How To Increase The Money You Make As A Freelancer

You want to make more money as a freelancer but you find it impossible. Regularly you fall into the trap that most freelancers experience and that is being treated as a commodity service. For those unfamiliar with this concept, a commoditized service is one where the only differentiator the client sees between what two people/companies offer is simply price. The client doesn’t care that one person may have ten years more experience or that the other makes truly phenomenal designs. Rather they simply care about the lowest cost for relatively the same quality of the product.

With so much competition on freelance sites like Fiverr or Upwork, this is an easy trap to fall into. You want to win the business and besides a high rating on the site, the only thing clients seem to care about is price. So you slash your prices, create razor-thin margins and hope that the client will come back for more work. Yet by falling into this trap, you are also perpetuating it in the future. If all you focus on is providing X service for the lowest cost possible, that is all the client will see you as.


Instead, you need to move from a service provider to value-added partner. This means you need to focus on the underlying value the client needs as opposed to the service the client is asking for. It can be a hard shift but it will lead to you being able to charge more for your efforts, create a longer-lasting relationship with your customer and ultimately make more money online. In fact, this is exactly how some of the largest consulting companies, such as Deloitte, are able to charge 3-4 times the amount than typical market prices and then they get much more follow-on work after the initial project is over.

There are several ways you can step out of simple being treated as a commodity service provider; understand the underlying value you provide, diversifying your skillset and rebranding what you have to offer.

Understand How Your Services Provide Value In The Big Picture

Whenever you offer freelancing services they are rarely used on their own. Often they are part of something much larger the client is doing (whether they know it or not). You need to understand the context behind the work they are asking for. For existing or prospective clients, ask them about what they need the service for and if there is a strong underlying push to get it done. One example is if you are redesigning someone’s LinkedIn Profile. By understanding why clients need that done will help you understand not just what you should focus on in their LinkedIn Profile but also if there is more value you may provide. If the client is looking to rebrand as they are moving up the corporate ladder, then the purpose is far different than someone who is looking for another job.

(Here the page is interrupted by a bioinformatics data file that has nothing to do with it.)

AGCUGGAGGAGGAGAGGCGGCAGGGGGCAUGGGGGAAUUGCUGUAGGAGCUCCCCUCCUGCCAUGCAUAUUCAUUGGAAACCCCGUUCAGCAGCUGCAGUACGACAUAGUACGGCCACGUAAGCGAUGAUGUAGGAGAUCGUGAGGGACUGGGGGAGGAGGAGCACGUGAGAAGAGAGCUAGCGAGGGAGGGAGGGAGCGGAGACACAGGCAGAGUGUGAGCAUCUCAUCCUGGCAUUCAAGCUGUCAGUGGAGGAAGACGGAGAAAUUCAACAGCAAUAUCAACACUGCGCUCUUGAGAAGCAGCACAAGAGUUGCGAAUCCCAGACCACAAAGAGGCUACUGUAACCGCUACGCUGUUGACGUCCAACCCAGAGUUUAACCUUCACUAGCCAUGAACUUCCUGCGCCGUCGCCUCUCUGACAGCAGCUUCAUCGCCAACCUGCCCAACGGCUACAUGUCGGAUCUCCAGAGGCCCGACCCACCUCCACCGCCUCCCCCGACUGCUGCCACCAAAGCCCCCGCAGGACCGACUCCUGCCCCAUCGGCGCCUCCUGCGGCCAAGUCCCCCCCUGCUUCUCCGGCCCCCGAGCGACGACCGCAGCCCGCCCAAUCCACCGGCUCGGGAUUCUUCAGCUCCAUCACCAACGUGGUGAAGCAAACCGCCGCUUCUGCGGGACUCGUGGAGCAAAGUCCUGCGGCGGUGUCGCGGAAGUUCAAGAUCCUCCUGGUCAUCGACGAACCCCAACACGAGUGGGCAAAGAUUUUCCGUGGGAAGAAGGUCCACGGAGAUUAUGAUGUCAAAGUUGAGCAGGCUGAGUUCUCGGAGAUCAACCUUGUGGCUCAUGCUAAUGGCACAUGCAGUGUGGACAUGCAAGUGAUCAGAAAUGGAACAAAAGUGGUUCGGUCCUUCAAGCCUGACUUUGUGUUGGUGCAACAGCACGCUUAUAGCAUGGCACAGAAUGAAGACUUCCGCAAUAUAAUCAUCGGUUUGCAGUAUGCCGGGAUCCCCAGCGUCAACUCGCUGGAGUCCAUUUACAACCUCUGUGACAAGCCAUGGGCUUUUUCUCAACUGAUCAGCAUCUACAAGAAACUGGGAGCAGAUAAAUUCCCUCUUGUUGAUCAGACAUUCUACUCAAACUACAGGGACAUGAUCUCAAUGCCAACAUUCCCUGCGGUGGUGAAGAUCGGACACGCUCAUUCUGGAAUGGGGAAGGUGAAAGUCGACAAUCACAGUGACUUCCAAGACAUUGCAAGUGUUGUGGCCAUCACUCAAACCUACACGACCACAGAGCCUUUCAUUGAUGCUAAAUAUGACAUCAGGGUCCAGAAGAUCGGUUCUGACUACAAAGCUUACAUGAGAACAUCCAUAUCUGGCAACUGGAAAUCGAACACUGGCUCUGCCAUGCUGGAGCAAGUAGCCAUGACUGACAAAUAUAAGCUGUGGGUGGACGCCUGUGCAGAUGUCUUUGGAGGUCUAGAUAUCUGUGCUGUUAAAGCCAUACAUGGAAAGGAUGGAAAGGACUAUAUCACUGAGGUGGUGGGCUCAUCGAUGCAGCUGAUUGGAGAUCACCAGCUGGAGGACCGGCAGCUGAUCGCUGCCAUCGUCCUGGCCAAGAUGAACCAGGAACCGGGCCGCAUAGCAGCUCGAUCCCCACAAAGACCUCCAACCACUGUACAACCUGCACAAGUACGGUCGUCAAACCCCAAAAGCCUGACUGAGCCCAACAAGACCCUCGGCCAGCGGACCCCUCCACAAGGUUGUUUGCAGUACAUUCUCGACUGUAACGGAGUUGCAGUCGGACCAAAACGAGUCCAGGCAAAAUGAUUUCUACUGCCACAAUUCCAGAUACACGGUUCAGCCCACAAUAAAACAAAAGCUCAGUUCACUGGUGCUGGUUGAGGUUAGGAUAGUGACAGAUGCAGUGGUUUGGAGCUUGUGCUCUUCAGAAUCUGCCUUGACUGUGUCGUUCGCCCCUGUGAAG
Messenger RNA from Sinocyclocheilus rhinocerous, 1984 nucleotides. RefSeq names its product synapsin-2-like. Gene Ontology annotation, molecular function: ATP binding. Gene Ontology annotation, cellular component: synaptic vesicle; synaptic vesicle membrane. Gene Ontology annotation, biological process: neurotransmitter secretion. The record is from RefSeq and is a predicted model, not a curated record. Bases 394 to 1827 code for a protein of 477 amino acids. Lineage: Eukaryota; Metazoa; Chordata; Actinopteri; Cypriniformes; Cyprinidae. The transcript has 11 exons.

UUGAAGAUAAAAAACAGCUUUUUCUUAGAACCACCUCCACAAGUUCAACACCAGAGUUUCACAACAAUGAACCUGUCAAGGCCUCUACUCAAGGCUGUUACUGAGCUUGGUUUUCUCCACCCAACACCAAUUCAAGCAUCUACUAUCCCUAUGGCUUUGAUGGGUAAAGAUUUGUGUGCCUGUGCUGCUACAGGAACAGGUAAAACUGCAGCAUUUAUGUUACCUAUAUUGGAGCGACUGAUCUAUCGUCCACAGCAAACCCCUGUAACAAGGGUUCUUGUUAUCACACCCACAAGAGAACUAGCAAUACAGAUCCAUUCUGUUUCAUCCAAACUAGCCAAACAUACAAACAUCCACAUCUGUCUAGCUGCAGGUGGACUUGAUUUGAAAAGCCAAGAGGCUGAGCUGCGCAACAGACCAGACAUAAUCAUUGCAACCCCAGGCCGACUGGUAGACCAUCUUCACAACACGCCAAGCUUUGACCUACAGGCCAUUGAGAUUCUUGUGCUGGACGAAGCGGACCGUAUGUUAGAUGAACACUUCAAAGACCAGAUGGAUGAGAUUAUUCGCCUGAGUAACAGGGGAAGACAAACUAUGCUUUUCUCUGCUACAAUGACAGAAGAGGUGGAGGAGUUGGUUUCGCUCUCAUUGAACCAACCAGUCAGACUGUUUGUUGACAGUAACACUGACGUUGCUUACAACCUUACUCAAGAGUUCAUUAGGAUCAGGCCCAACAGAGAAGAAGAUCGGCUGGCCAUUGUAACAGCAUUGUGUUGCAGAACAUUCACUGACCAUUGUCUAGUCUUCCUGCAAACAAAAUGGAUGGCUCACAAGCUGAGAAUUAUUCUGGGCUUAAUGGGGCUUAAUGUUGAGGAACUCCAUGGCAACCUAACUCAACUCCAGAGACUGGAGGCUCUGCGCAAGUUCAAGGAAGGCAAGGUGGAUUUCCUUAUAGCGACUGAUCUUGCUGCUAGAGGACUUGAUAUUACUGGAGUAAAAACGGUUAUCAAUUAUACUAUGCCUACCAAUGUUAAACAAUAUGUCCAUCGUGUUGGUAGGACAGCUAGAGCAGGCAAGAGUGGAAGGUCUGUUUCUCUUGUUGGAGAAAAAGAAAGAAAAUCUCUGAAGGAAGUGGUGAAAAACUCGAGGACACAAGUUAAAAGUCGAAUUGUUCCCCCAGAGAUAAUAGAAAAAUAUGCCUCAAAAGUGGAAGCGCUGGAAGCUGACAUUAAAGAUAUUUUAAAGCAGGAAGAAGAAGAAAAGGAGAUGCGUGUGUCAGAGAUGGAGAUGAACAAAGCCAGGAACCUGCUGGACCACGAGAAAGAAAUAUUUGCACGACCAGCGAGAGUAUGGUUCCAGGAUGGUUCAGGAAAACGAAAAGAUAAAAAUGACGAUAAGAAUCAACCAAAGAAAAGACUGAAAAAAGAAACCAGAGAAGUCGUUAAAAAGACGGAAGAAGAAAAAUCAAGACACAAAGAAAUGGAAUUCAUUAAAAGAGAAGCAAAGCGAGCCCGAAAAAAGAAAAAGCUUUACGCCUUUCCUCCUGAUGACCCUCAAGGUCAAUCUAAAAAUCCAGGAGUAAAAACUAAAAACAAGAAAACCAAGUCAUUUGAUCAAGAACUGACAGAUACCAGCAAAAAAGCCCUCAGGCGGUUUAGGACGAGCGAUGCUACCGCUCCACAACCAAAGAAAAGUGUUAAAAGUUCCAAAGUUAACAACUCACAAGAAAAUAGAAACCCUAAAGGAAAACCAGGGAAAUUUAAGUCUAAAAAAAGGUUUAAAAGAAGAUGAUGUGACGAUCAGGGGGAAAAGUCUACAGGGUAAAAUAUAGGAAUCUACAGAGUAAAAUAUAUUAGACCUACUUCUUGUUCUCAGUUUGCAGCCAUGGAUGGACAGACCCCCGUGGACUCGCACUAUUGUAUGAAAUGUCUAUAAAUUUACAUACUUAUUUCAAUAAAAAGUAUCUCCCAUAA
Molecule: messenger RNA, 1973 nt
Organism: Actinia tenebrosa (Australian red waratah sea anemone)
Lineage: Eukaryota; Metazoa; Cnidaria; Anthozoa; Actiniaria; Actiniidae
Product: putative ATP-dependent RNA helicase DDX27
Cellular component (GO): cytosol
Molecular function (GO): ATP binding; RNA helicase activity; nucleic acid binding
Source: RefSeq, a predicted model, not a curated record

Diversify Your Skillset

One of the biggest challenges about freelancing sites is that they have so many other people that seem to do exactly what you can do. Need a logo made? There are thousands of people that can do that. So how do you stick out?

Once you understand why the customers need your service and the value it brings, you can see if there is any other part of their need that you can help with. If you can bring to the table the ability to do many of the tasks the client is looking for, then you can provide a one-stop shop for their project. For example, if the client needs a logo, it could be for marketing material. If you are able to create the marketing material yourself as well then that sets you apart plus can lead to longer projects.

What if you are not interested in a particular skill or don’t have any talent in it? Then find another freelancer and partner with them to do the work or subcontract it at a lower rate than you are charging. Some clients/sites may not be open to subcontracting but if they are then as long as you can stand by that the quality and timelines will be met then it is a win-win for everyone.


Expand Your Brand To Sell Value

Now that you know why your clients typically need your services and how they fit into the big picture, you can reposition your online profile and what you offer to speak more to their needs. Let’s say before you used to simply used to help people re-write their resumes. Now, you might rewrite your profile to instead be a career consultant that helps people find the job they are looking for. To help with this you can help clients understand the brand they want, write their resume and LinkedIn profiles to support this brand and even help them with writing posts and articles in LinkedIn or on blogs that reinforce their expertise in certain areas.

You are still offering the original service the client asked for, which is extremely important, but you are positioning yourself to address the underlying need versus simply one little ask.


Journey To Be A Value Added Partner

The journey to be a value-added partner is not easy. It involves getting out of your comfort zone and really understanding why people are asking for the things they need, even if they themselves can’t articulate it. You then need to cover as much of that need as you can, either by diversifying your skillset or having partners to help fill in the blanks. Finally, you then position your online brands, through your profiles, in such a way that clients look at is and think that you really understand what is keeping them up at night. That will separate you from the other competitors and help you ultimately help you make more money as a freelancer.

Categories: Strategy

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